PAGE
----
There are several factors affecting the global energy transformation, such as elevated price levels, government policies, technological advances, and concerns about the environmental and financial cost of increasing oil use. With a forecast period from 2015 to 2040, the latest report from Frost & Sullivan, ‘Changing Dynamics in the Energy Mix’, evaluates the changing dynamics in the energy business models, discusses key market dynamics, identifies market drivers and restraints, and explains the current generation mix.
- There are several changes in the nature and location of energy consumption. These are the result of a combination of factors, such as elevated price levels, government policies, technological advances and concerns about the environmental, and the financial cost of increasing oil use.
- Government policies in the long term (after 2020) are expected to determine the nature of growth for global gas use. Despite a strong divergence in consumption trajectories, global gas use is expected to grow in the near term in comparison to the current trends witnessed.
- Oil is the largest fuel in the global energy mix and is expected to continue to hold a critical position in the global energy economy. This trend is expected to continue through 2040. Historically, economic and population growth triggered a growth in the demand for oil. However, this may not be the case in the future.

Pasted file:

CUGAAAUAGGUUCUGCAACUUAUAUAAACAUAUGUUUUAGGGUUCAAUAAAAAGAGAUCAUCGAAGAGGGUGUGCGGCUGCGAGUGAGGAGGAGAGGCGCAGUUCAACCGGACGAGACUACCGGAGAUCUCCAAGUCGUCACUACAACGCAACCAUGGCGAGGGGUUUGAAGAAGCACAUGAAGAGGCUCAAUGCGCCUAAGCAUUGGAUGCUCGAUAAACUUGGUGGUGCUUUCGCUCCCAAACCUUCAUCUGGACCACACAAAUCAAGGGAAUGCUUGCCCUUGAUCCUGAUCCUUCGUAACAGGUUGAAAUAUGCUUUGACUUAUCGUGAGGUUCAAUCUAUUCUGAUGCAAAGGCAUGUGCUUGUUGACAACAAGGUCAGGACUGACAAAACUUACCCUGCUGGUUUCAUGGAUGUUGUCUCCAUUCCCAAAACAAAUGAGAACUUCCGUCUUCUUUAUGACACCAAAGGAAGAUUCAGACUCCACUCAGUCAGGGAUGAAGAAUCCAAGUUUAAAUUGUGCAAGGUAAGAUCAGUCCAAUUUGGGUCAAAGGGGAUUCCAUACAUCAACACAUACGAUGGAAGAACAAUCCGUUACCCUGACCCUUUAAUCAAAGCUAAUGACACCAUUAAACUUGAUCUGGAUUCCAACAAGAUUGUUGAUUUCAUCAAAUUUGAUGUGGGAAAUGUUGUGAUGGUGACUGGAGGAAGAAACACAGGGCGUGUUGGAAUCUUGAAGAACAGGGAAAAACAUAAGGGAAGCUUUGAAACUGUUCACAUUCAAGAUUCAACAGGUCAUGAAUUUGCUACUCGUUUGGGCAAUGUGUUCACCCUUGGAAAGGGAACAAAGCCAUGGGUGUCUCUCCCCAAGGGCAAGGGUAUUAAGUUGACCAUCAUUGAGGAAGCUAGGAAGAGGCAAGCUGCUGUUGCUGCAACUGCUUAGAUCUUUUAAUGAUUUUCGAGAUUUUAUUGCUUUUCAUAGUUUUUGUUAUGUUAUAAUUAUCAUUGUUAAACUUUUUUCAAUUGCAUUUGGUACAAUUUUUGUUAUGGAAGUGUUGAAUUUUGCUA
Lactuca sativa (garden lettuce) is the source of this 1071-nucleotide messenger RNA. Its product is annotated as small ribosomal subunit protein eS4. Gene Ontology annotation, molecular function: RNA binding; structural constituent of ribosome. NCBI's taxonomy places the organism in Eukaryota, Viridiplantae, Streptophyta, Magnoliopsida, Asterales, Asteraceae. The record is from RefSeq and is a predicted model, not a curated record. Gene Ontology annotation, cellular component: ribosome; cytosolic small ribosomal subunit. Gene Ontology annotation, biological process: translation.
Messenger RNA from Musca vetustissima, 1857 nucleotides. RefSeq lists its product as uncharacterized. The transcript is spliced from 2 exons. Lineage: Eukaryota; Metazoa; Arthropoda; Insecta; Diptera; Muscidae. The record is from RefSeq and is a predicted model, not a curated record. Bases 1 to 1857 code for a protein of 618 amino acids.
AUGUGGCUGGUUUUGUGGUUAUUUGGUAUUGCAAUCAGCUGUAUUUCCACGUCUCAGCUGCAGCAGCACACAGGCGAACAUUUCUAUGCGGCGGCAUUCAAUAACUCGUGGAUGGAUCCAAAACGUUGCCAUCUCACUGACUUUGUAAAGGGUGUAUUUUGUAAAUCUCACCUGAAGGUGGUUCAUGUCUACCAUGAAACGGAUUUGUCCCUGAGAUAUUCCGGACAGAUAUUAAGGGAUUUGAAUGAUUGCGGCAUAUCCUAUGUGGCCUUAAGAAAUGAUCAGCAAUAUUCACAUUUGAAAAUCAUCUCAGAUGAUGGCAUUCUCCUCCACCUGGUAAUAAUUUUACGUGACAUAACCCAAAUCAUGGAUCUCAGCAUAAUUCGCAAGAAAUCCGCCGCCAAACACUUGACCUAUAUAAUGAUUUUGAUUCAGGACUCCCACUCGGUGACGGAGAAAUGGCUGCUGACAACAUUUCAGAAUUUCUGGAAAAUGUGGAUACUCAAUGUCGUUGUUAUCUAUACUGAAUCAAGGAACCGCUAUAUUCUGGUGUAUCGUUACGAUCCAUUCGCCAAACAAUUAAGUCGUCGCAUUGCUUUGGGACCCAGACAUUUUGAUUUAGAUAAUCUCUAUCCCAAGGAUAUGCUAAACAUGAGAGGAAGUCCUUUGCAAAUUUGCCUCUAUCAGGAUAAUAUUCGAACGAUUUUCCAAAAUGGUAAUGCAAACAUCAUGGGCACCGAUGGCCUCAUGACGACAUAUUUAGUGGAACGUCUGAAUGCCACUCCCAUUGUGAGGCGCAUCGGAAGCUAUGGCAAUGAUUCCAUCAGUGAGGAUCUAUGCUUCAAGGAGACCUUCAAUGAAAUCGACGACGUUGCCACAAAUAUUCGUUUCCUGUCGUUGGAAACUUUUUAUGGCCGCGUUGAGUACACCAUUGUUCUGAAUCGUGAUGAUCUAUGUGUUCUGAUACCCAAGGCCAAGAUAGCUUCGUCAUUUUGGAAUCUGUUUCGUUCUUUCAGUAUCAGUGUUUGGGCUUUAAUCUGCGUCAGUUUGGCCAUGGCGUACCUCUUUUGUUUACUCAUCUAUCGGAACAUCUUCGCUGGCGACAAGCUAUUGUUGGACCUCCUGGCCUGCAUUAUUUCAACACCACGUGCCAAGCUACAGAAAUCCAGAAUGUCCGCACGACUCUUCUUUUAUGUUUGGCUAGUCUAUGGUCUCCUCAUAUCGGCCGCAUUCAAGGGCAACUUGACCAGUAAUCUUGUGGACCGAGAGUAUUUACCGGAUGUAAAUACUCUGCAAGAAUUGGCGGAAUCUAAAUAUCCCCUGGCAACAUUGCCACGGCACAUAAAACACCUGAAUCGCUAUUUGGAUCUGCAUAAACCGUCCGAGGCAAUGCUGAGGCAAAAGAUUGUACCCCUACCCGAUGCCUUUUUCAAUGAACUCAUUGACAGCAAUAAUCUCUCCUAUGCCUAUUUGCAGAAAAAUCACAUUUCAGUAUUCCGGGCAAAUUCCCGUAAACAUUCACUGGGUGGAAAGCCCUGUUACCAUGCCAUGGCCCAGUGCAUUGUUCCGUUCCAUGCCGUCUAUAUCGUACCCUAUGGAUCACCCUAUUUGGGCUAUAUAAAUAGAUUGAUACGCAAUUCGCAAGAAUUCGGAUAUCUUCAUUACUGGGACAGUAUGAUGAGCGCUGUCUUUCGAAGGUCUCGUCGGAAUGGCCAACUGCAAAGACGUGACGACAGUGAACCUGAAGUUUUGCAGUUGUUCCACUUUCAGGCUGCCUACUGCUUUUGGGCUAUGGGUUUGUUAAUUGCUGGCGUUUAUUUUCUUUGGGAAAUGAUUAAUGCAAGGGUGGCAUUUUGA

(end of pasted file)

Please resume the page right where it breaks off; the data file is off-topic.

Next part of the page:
- Modern renewables are showing increased contribution to the energy mix, especially to produce power and heat, along with the increased use of biofuels.
- The share of renewables will rise through 2040, and half of this will be the contribution of wind energy. The second largest increase in installed capacity is from solar photovoltaics (PV).
- There is an investment surge to cater to rising demand from Asia in addition to dynamic growth of shale in the US and renewables in Europe.
Adapted from press release by Rosalie Starling
Read the article online at: https://www.hydrocarbonengineering.com/the-environment/05112015/changing-dynamics-in-energy-business-models-1689/